[1] In his essay, “Migratory Meaning,” Ron Silliman employs’ Charles Fillmore’s meta-syntactical concept of envisagement in order to discuss the different degrees o coherence and disjuncture with which a reader responds to “shifts” in the possible meaning of a passage. He quotes Fillmore’s definition of envisagement, “some coherent ‘image’ or understanding of the state of affairs that exist in the set of possible worlds compatible with the language of the text” The New Sentence (NY: Roof, 1987): 112-120.
[2] The Cranberry Island Series (Loveland OH: Dos Madres, 2012): 24-25.
[3] Against World Literature: On the Politics of Untranslatability (London and Brooklyn: Verso, 2013): 23.

[4] Duncan found poetic resources in relating ‘verse’ to “ploughing,” tracing the etymology of each word back to Greek forms. “It is a fanciful etymology, “verse” shares a root with “ploughing.” To demonstrate that, once words cease to be conventional, customary of taken for granted in their meanings, all things are set into motion, in the figure of ploughing, we see that prose and verse are two necessary movements in the one operation of writing. That here what we call ploughing of the field we also call poetry or our own operations in language. Writing that knows in every phase what it is doing. Forward and back, prose and verse, the shuttle flies in the loom.” The H. D. Book, ed. Michael Boughn and Victor Coleman (Berkeley: U Cal 2011): 449-450. I hear such etymologies at play in these lines from Johnson’s “Ark 30,” “—Elysian elision,” ARK  (Chicago: Flood Editions, 2013):85.

[5] Champagne and London: Dalkey Archive Press, 2008.

[6] Following her recent death, I turned to the work of C. D. Wright, and found these sentences or paragraphs, where it would seem that the post-human in its minute actions of sampling and engineering dna-like substances exposes briefly what Giles Deleuze calls a plane of pure immanence (see below), “there’s a poet in the desert who tweezes the glittering particulars of the species from mounds of dead cells and arranges them along the hairline fractures of our souls / (if there are such immanences” Cooling Time: An American Poetry Vigil (Townsend, WA: Copper Canyon, 2005): 25.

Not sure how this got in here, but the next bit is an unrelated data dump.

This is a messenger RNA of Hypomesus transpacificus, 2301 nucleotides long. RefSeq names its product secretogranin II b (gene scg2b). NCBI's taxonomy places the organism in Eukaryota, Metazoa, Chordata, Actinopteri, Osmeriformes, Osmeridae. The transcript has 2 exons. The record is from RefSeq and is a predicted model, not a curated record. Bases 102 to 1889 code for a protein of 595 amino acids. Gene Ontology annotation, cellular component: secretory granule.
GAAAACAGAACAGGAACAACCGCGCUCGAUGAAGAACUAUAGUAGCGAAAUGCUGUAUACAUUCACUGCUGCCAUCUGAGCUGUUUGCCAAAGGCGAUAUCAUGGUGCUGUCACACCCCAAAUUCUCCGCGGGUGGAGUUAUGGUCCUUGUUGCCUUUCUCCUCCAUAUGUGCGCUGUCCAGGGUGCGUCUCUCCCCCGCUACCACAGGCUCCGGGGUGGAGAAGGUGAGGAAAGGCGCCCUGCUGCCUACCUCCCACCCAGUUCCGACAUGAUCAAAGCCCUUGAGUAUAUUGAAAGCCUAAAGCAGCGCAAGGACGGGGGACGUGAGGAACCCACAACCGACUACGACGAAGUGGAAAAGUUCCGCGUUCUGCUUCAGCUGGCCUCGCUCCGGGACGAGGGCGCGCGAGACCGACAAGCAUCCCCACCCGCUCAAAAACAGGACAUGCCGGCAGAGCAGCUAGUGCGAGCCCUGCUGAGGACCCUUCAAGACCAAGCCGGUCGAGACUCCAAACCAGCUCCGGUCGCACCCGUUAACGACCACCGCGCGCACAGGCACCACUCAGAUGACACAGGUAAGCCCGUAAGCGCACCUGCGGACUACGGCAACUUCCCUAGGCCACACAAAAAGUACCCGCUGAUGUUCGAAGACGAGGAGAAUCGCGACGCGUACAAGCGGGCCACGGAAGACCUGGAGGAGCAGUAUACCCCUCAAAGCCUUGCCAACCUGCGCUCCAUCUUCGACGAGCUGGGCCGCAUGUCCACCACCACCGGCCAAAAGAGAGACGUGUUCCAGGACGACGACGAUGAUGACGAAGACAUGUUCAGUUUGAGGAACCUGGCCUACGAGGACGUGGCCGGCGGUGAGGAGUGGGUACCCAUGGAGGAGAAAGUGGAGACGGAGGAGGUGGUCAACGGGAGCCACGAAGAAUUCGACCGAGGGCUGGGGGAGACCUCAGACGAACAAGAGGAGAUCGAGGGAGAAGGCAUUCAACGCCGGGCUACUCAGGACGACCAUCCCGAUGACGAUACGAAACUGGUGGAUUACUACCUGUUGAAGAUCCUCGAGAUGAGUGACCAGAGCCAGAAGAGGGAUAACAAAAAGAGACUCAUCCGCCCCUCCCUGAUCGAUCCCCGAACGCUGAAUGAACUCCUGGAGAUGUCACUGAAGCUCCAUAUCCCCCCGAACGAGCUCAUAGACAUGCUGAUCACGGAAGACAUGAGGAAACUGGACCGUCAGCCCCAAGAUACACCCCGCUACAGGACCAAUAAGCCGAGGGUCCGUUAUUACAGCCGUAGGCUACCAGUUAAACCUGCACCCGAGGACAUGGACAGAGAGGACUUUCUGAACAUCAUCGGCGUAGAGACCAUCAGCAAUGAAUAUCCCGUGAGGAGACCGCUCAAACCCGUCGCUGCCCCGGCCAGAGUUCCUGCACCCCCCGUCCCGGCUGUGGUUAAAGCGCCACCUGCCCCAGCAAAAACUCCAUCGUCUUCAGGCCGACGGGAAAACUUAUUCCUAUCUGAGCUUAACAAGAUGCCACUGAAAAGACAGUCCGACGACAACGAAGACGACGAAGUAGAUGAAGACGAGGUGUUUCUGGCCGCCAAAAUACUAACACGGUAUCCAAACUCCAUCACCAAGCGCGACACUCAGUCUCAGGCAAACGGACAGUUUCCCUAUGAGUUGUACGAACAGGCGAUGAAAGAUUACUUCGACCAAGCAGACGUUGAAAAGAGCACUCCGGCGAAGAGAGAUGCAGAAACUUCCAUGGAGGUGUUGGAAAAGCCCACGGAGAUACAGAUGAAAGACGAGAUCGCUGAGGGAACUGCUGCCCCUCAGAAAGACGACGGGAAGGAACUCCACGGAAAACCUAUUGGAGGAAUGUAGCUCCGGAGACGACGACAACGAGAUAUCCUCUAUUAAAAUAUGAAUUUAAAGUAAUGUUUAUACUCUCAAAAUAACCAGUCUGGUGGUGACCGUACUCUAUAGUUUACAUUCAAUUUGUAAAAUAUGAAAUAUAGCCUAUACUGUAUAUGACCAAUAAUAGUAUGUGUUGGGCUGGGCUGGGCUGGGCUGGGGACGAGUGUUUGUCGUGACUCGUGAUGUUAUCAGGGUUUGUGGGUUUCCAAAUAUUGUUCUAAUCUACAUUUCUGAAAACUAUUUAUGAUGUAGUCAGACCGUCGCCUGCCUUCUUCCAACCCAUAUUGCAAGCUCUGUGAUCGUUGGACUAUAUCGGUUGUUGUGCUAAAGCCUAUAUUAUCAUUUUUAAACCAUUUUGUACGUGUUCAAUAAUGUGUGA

[7] Pure Immanence: Essays on a Life, Tr. Anne Boyman (NY: Zone, 2012): 26. A sub-textual meditation on “immanence” will be found in the notes to this introduction.

[8] Durham NC: A Three Count Pour Chapbook, 2013.
[9] The concept of a “singularity” is central to the “Objectivist” strand of North American poetry, for instance, that of George Oppen, who seems to have posited a relationship between “singularity” and “numerousness” that may be similar to the immanent and empirical planes of Deleuze’s thought. Both Lyn Hejinian herself and Peter Nichols in comments on Hejinian’s work argue that the concept of “humanity” is something both confirmed and lost in a momentary glimmer associated with “the shipwreck” of the singular. Hejinian holds that “this is not a poetry of single moments, however—Oppen’s singularities may be impenetrable but they are not transcendent” qtd. Nichols, “Numerousness and its Discontents: George Oppen and Lyn Hejinian” Aerial  (10): 139. Wright’s The Presentable Art of Reading Absence opens and closes with a use of the term “singularity” that is cognate with Deleuze’s use. Deleuze’s mapping of plateaus untangles a confused terminology and puts “immanence” to serviceable work.
[10] The concept of a “singularity” is central to the “Objectivist” strand of North American poetry, for instance, that of George Oppen, who seems to have posited a relationship between “singularity” and “numerousness” that may be similar to the transcendental and empirical planes of Deleuze’s thought. Both Lyn Hejinian and Peter Nichols in comments on Hejinian’s work argue that the concept of “humanity” is something both confirmed and lost in a momentary glimmer associated with “the shipwreck” of the singular. Hejinian holds that “this is not a poetry of single moments, however—Oppen’s singularities may be impenetrable but they are not transcendent” qtd. Nichols, “Numerousness and its Discontents: George Oppen and Lyn Hejinian” Aerial  (10): 139. Wright’s The presentable Art of Reading Absence opens and closes with a use of the term “singularity” that is cognate with Deleuze’s use. Deleuze’s mapping of plateaus untangles a confused terminology and puts “transcendental” to serviceable work.